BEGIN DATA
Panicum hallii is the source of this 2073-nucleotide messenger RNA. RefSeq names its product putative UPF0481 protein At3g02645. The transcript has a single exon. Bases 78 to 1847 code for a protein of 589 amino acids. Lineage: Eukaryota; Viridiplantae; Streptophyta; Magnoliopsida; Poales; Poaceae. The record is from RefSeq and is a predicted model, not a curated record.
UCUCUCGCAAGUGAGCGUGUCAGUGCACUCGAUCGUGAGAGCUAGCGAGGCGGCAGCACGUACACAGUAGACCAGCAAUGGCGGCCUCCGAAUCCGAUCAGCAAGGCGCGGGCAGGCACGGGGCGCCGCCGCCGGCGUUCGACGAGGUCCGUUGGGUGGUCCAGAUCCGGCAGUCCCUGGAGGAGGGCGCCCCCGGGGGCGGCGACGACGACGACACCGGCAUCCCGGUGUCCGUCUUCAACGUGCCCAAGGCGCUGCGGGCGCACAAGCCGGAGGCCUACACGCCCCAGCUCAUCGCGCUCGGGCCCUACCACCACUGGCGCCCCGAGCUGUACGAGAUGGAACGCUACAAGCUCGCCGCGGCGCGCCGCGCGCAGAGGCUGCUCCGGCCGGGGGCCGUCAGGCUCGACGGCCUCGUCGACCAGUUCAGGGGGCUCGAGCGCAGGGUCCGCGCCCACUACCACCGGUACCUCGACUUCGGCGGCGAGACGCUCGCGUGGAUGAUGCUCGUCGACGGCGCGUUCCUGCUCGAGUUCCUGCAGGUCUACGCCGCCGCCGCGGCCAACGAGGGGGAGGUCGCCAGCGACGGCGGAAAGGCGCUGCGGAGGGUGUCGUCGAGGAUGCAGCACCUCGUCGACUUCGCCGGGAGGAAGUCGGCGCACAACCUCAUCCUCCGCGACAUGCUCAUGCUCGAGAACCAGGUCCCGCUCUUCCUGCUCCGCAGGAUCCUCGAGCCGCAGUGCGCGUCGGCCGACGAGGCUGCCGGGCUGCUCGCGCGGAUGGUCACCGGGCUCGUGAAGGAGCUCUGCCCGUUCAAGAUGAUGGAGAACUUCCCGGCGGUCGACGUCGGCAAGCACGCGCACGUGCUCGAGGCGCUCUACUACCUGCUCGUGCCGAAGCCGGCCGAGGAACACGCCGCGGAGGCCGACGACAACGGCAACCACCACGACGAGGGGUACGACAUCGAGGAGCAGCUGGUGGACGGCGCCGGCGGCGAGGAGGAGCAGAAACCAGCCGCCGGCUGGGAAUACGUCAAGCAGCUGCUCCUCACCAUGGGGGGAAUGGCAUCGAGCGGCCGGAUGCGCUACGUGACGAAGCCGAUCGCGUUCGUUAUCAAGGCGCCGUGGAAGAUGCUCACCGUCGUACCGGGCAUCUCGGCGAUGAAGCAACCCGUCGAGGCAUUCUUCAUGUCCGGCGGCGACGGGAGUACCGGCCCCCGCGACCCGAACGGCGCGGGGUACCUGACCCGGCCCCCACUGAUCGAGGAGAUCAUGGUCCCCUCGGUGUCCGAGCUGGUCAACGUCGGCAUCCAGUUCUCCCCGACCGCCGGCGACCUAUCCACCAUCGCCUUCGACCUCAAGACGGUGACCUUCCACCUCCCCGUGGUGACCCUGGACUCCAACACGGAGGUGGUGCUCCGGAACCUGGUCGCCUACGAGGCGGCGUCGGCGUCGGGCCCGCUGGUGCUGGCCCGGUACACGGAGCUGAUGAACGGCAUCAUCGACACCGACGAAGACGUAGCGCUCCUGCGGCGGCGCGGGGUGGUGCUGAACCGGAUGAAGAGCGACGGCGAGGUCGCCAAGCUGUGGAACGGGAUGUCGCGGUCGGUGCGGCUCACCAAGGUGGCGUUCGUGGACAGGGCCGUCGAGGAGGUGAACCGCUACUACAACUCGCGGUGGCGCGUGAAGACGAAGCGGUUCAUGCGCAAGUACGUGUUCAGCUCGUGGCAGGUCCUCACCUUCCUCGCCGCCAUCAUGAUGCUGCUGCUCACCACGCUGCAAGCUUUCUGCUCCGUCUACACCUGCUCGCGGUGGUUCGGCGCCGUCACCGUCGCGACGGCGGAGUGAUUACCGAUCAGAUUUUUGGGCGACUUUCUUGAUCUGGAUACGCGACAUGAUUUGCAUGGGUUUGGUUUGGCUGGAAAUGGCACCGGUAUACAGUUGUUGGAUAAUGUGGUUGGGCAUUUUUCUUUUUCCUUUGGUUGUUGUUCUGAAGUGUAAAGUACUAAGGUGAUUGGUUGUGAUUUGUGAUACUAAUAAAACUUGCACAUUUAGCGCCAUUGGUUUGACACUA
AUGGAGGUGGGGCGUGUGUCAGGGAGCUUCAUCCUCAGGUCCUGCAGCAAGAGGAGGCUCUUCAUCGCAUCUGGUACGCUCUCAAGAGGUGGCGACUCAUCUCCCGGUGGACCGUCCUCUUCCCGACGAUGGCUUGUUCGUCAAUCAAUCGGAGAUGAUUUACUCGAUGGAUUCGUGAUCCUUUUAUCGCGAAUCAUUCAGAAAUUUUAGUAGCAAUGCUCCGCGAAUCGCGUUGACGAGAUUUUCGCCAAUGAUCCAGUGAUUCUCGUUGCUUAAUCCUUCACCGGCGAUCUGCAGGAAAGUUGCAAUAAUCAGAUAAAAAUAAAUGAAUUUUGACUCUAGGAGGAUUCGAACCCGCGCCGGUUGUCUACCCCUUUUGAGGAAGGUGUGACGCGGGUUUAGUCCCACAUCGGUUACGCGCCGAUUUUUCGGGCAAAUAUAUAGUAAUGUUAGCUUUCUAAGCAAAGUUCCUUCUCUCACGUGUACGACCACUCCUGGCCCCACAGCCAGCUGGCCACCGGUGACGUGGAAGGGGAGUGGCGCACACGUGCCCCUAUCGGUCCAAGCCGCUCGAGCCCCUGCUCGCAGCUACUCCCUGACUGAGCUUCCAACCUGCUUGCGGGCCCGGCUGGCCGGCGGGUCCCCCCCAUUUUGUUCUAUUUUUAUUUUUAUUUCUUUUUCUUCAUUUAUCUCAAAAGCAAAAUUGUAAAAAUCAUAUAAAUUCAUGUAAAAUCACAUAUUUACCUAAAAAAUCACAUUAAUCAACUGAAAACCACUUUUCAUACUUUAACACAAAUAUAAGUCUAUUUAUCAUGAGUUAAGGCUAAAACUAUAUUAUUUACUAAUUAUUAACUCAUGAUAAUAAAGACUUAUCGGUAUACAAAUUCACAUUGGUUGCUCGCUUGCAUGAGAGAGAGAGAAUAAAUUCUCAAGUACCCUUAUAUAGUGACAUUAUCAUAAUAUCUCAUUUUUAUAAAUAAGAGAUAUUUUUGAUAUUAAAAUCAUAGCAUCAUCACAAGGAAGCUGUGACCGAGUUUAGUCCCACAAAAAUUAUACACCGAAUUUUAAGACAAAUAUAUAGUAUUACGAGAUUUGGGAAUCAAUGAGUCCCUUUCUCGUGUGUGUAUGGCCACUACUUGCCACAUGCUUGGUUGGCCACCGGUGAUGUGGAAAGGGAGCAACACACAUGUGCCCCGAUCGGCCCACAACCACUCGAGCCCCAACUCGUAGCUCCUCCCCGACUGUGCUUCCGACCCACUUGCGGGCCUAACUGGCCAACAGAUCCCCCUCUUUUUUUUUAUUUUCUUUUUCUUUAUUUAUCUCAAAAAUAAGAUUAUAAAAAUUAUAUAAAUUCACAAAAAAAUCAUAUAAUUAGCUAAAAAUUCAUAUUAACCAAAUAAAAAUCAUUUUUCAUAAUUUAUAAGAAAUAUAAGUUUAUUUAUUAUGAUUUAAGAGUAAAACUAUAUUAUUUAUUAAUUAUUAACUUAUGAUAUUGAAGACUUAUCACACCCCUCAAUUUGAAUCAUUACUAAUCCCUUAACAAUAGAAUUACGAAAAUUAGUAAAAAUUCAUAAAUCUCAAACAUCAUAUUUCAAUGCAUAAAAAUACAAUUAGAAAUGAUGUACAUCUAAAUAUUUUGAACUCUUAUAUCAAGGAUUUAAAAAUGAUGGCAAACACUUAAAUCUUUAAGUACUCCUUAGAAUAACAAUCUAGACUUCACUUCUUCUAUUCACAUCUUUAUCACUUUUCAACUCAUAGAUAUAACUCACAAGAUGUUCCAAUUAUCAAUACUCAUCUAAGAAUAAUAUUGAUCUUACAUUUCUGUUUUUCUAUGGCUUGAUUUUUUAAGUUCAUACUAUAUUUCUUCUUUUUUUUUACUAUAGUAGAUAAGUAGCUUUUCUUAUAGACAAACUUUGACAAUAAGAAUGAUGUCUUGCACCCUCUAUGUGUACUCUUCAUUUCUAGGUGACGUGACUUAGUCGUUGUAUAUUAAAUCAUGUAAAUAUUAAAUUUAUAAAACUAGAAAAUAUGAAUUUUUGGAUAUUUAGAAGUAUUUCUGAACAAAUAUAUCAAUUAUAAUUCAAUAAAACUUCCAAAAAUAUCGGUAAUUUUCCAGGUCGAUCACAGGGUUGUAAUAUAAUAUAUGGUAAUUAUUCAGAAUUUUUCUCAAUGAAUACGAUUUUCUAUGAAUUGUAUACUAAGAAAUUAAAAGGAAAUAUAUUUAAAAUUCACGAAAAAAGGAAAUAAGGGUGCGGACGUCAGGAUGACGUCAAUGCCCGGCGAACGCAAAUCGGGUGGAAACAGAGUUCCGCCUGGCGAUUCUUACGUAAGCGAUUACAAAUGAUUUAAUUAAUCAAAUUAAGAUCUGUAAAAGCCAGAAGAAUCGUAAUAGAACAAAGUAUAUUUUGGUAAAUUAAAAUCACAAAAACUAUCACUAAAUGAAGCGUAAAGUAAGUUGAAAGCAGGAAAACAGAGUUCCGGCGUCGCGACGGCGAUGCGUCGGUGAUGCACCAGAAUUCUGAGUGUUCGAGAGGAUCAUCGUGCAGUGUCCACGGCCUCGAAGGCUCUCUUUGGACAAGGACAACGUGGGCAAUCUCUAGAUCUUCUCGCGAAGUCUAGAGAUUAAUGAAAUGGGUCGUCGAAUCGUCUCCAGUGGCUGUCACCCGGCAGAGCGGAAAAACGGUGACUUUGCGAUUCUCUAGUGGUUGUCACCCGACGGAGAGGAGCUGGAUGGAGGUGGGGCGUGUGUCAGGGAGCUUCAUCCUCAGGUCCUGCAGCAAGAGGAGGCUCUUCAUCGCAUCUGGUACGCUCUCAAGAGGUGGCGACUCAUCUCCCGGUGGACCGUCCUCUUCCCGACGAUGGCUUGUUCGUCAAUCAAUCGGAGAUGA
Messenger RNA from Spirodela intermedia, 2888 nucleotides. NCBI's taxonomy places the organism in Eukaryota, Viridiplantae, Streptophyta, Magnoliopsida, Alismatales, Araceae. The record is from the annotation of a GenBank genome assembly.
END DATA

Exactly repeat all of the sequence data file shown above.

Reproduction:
Panicum hallii is the source of this 2073-nucleotide messenger RNA. RefSeq names its product putative UPF0481 protein At3g02645. The transcript has a single exon. Bases 78 to 1847 code for a protein of 589 amino acids. Lineage: Eukaryota; Viridiplantae; Streptophyta; Magnoliopsida; Poales; Poaceae. The record is from RefSeq and is a predicted model, not a curated record.
UCUCUCGCAAGUGAGCGUGUCAGUGCACUCGAUCGUGAGAGCUAGCGAGGCGGCAGCACGUACACAGUAGACCAGCAAUGGCGGCCUCCGAAUCCGAUCAGCAAGGCGCGGGCAGGCACGGGGCGCCGCCGCCGGCGUUCGACGAGGUCCGUUGGGUGGUCCAGAUCCGGCAGUCCCUGGAGGAGGGCGCCCCCGGGGGCGGCGACGACGACGACACCGGCAUCCCGGUGUCCGUCUUCAACGUGCCCAAGGCGCUGCGGGCGCACAAGCCGGAGGCCUACACGCCCCAGCUCAUCGCGCUCGGGCCCUACCACCACUGGCGCCCCGAGCUGUACGAGAUGGAACGCUACAAGCUCGCCGCGGCGCGCCGCGCGCAGAGGCUGCUCCGGCCGGGGGCCGUCAGGCUCGACGGCCUCGUCGACCAGUUCAGGGGGCUCGAGCGCAGGGUCCGCGCCCACUACCACCGGUACCUCGACUUCGGCGGCGAGACGCUCGCGUGGAUGAUGCUCGUCGACGGCGCGUUCCUGCUCGAGUUCCUGCAGGUCUACGCCGCCGCCGCGGCCAACGAGGGGGAGGUCGCCAGCGACGGCGGAAAGGCGCUGCGGAGGGUGUCGUCGAGGAUGCAGCACCUCGUCGACUUCGCCGGGAGGAAGUCGGCGCACAACCUCAUCCUCCGCGACAUGCUCAUGCUCGAGAACCAGGUCCCGCUCUUCCUGCUCCGCAGGAUCCUCGAGCCGCAGUGCGCGUCGGCCGACGAGGCUGCCGGGCUGCUCGCGCGGAUGGUCACCGGGCUCGUGAAGGAGCUCUGCCCGUUCAAGAUGAUGGAGAACUUCCCGGCGGUCGACGUCGGCAAGCACGCGCACGUGCUCGAGGCGCUCUACUACCUGCUCGUGCCGAAGCCGGCCGAGGAACACGCCGCGGAGGCCGACGACAACGGCAACCACCACGACGAGGGGUACGACAUCGAGGAGCAGCUGGUGGACGGCGCCGGCGGCGAGGAGGAGCAGAAACCAGCCGCCGGCUGGGAAUACGUCAAGCAGCUGCUCCUCACCAUGGGGGGAAUGGCAUCGAGCGGCCGGAUGCGCUACGUGACGAAGCCGAUCGCGUUCGUUAUCAAGGCGCCGUGGAAGAUGCUCACCGUCGUACCGGGCAUCUCGGCGAUGAAGCAACCCGUCGAGGCAUUCUUCAUGUCCGGCGGCGACGGGAGUACCGGCCCCCGCGACCCGAACGGCGCGGGGUACCUGACCCGGCCCCCACUGAUCGAGGAGAUCAUGGUCCCCUCGGUGUCCGAGCUGGUCAACGUCGGCAUCCAGUUCUCCCCGACCGCCGGCGACCUAUCCACCAUCGCCUUCGACCUCAAGACGGUGACCUUCCACCUCCCCGUGGUGACCCUGGACUCCAACACGGAGGUGGUGCUCCGGAACCUGGUCGCCUACGAGGCGGCGUCGGCGUCGGGCCCGCUGGUGCUGGCCCGGUACACGGAGCUGAUGAACGGCAUCAUCGACACCGACGAAGACGUAGCGCUCCUGCGGCGGCGCGGGGUGGUGCUGAACCGGAUGAAGAGCGACGGCGAGGUCGCCAAGCUGUGGAACGGGAUGUCGCGGUCGGUGCGGCUCACCAAGGUGGCGUUCGUGGACAGGGCCGUCGAGGAGGUGAACCGCUACUACAACUCGCGGUGGCGCGUGAAGACGAAGCGGUUCAUGCGCAAGUACGUGUUCAGCUCGUGGCAGGUCCUCACCUUCCUCGCCGCCAUCAUGAUGCUGCUGCUCACCACGCUGCAAGCUUUCUGCUCCGUCUACACCUGCUCGCGGUGGUUCGGCGCCGUCACCGUCGCGACGGCGGAGUGAUUACCGAUCAGAUUUUUGGGCGACUUUCUUGAUCUGGAUACGCGACAUGAUUUGCAUGGGUUUGGUUUGGCUGGAAAUGGCACCGGUAUACAGUUGUUGGAUAAUGUGGUUGGGCAUUUUUCUUUUUCCUUUGGUUGUUGUUCUGAAGUGUAAAGUACUAAGGUGAUUGGUUGUGAUUUGUGAUACUAAUAAAACUUGCACAUUUAGCGCCAUUGGUUUGACACUA
AUGGAGGUGGGGCGUGUGUCAGGGAGCUUCAUCCUCAGGUCCUGCAGCAAGAGGAGGCUCUUCAUCGCAUCUGGUACGCUCUCAAGAGGUGGCGACUCAUCUCCCGGUGGACCGUCCUCUUCCCGACGAUGGCUUGUUCGUCAAUCAAUCGGAGAUGAUUUACUCGAUGGAUUCGUGAUCCUUUUAUCGCGAAUCAUUCAGAAAUUUUAGUAGCAAUGCUCCGCGAAUCGCGUUGACGAGAUUUUCGCCAAUGAUCCAGUGAUUCUCGUUGCUUAAUCCUUCACCGGCGAUCUGCAGGAAAGUUGCAAUAAUCAGAUAAAAAUAAAUGAAUUUUGACUCUAGGAGGAUUCGAACCCGCGCCGGUUGUCUACCCCUUUUGAGGAAGGUGUGACGCGGGUUUAGUCCCACAUCGGUUACGCGCCGAUUUUUCGGGCAAAUAUAUAGUAAUGUUAGCUUUCUAAGCAAAGUUCCUUCUCUCACGUGUACGACCACUCCUGGCCCCACAGCCAGCUGGCCACCGGUGACGUGGAAGGGGAGUGGCGCACACGUGCCCCUAUCGGUCCAAGCCGCUCGAGCCCCUGCUCGCAGCUACUCCCUGACUGAGCUUCCAACCUGCUUGCGGGCCCGGCUGGCCGGCGGGUCCCCCCCAUUUUGUUCUAUUUUUAUUUUUAUUUCUUUUUCUUCAUUUAUCUCAAAAGCAAAAUUGUAAAAAUCAUAUAAAUUCAUGUAAAAUCACAUAUUUACCUAAAAAAUCACAUUAAUCAACUGAAAACCACUUUUCAUACUUUAACACAAAUAUAAGUCUAUUUAUCAUGAGUUAAGGCUAAAACUAUAUUAUUUACUAAUUAUUAACUCAUGAUAAUAAAGACUUAUCGGUAUACAAAUUCACAUUGGUUGCUCGCUUGCAUGAGAGAGAGAGAAUAAAUUCUCAAGUACCCUUAUAUAGUGACAUUAUCAUAAUAUCUCAUUUUUAUAAAUAAGAGAUAUUUUUGAUAUUAAAAUCAUAGCAUCAUCACAAGGAAGCUGUGACCGAGUUUAGUCCCACAAAAAUUAUACACCGAAUUUUAAGACAAAUAUAUAGUAUUACGAGAUUUGGGAAUCAAUGAGUCCCUUUCUCGUGUGUGUAUGGCCACUACUUGCCACAUGCUUGGUUGGCCACCGGUGAUGUGGAAAGGGAGCAACACACAUGUGCCCCGAUCGGCCCACAACCACUCGAGCCCCAACUCGUAGCUCCUCCCCGACUGUGCUUCCGACCCACUUGCGGGCCUAACUGGCCAACAGAUCCCCCUCUUUUUUUUUAUUUUCUUUUUCUUUAUUUAUCUCAAAAAUAAGAUUAUAAAAAUUAUAUAAAUUCACAAAAAAAUCAUAUAAUUAGCUAAAAAUUCAUAUUAACCAAAUAAAAAUCAUUUUUCAUAAUUUAUAAGAAAUAUAAGUUUAUUUAUUAUGAUUUAAGAGUAAAACUAUAUUAUUUAUUAAUUAUUAACUUAUGAUAUUGAAGACUUAUCACACCCCUCAAUUUGAAUCAUUACUAAUCCCUUAACAAUAGAAUUACGAAAAUUAGUAAAAAUUCAUAAAUCUCAAACAUCAUAUUUCAAUGCAUAAAAAUACAAUUAGAAAUGAUGUACAUCUAAAUAUUUUGAACUCUUAUAUCAAGGAUUUAAAAAUGAUGGCAAACACUUAAAUCUUUAAGUACUCCUUAGAAUAACAAUCUAGACUUCACUUCUUCUAUUCACAUCUUUAUCACUUUUCAACUCAUAGAUAUAACUCACAAGAUGUUCCAAUUAUCAAUACUCAUCUAAGAAUAAUAUUGAUCUUACAUUUCUGUUUUUCUAUGGCUUGAUUUUUUAAGUUCAUACUAUAUUUCUUCUUUUUUUUUACUAUAGUAGAUAAGUAGCUUUUCUUAUAGACAAACUUUGACAAUAAGAAUGAUGUCUUGCACCCUCUAUGUGUACUCUUCAUUUCUAGGUGACGUGACUUAGUCGUUGUAUAUUAAAUCAUGUAAAUAUUAAAUUUAUAAAACUAGAAAAUAUGAAUUUUUGGAUAUUUAGAAGUAUUUCUGAACAAAUAUAUCAAUUAUAAUUCAAUAAAACUUCCAAAAAUAUCGGUAAUUUUCCAGGUCGAUCACAGGGUUGUAAUAUAAUAUAUGGUAAUUAUUCAGAAUUUUUCUCAAUGAAUACGAUUUUCUAUGAAUUGUAUACUAAGAAAUUAAAAGGAAAUAUAUUUAAAAUUCACGAAAAAAGGAAAUAAGGGUGCGGACGUCAGGAUGACGUCAAUGCCCGGCGAACGCAAAUCGGGUGGAAACAGAGUUCCGCCUGGCGAUUCUUACGUAAGCGAUUACAAAUGAUUUAAUUAAUCAAAUUAAGAUCUGUAAAAGCCAGAAGAAUCGUAAUAGAACAAAGUAUAUUUUGGUAAAUUAAAAUCACAAAAACUAUCACUAAAUGAAGCGUAAAGUAAGUUGAAAGCAGGAAAACAGAGUUCCGGCGUCGCGACGGCGAUGCGUCGGUGAUGCACCAGAAUUCUGAGUGUUCGAGAGGAUCAUCGUGCAGUGUCCACGGCCUCGAAGGCUCUCUUUGGACAAGGACAACGUGGGCAAUCUCUAGAUCUUCUCGCGAAGUCUAGAGAUUAAUGAAAUGGGUCGUCGAAUCGUCUCCAGUGGCUGUCACCCGGCAGAGCGGAAAAACGGUGACUUUGCGAUUCUCUAGUGGUUGUCACCCGACGGAGAGGAGCUGGAUGGAGGUGGGGCGUGUGUCAGGGAGCUUCAUCCUCAGGUCCUGCAGCAAGAGGAGGCUCUUCAUCGCAUCUGGUACGCUCUCAAGAGGUGGCGACUCAUCUCCCGGUGGACCGUCCUCUUCCCGACGAUGGCUUGUUCGUCAAUCAAUCGGAGAUGA
Messenger RNA from Spirodela intermedia, 2888 nucleotides. NCBI's taxonomy places the organism in Eukaryota, Viridiplantae, Streptophyta, Magnoliopsida, Alismatales, Araceae. The record is from the annotation of a GenBank genome assembly.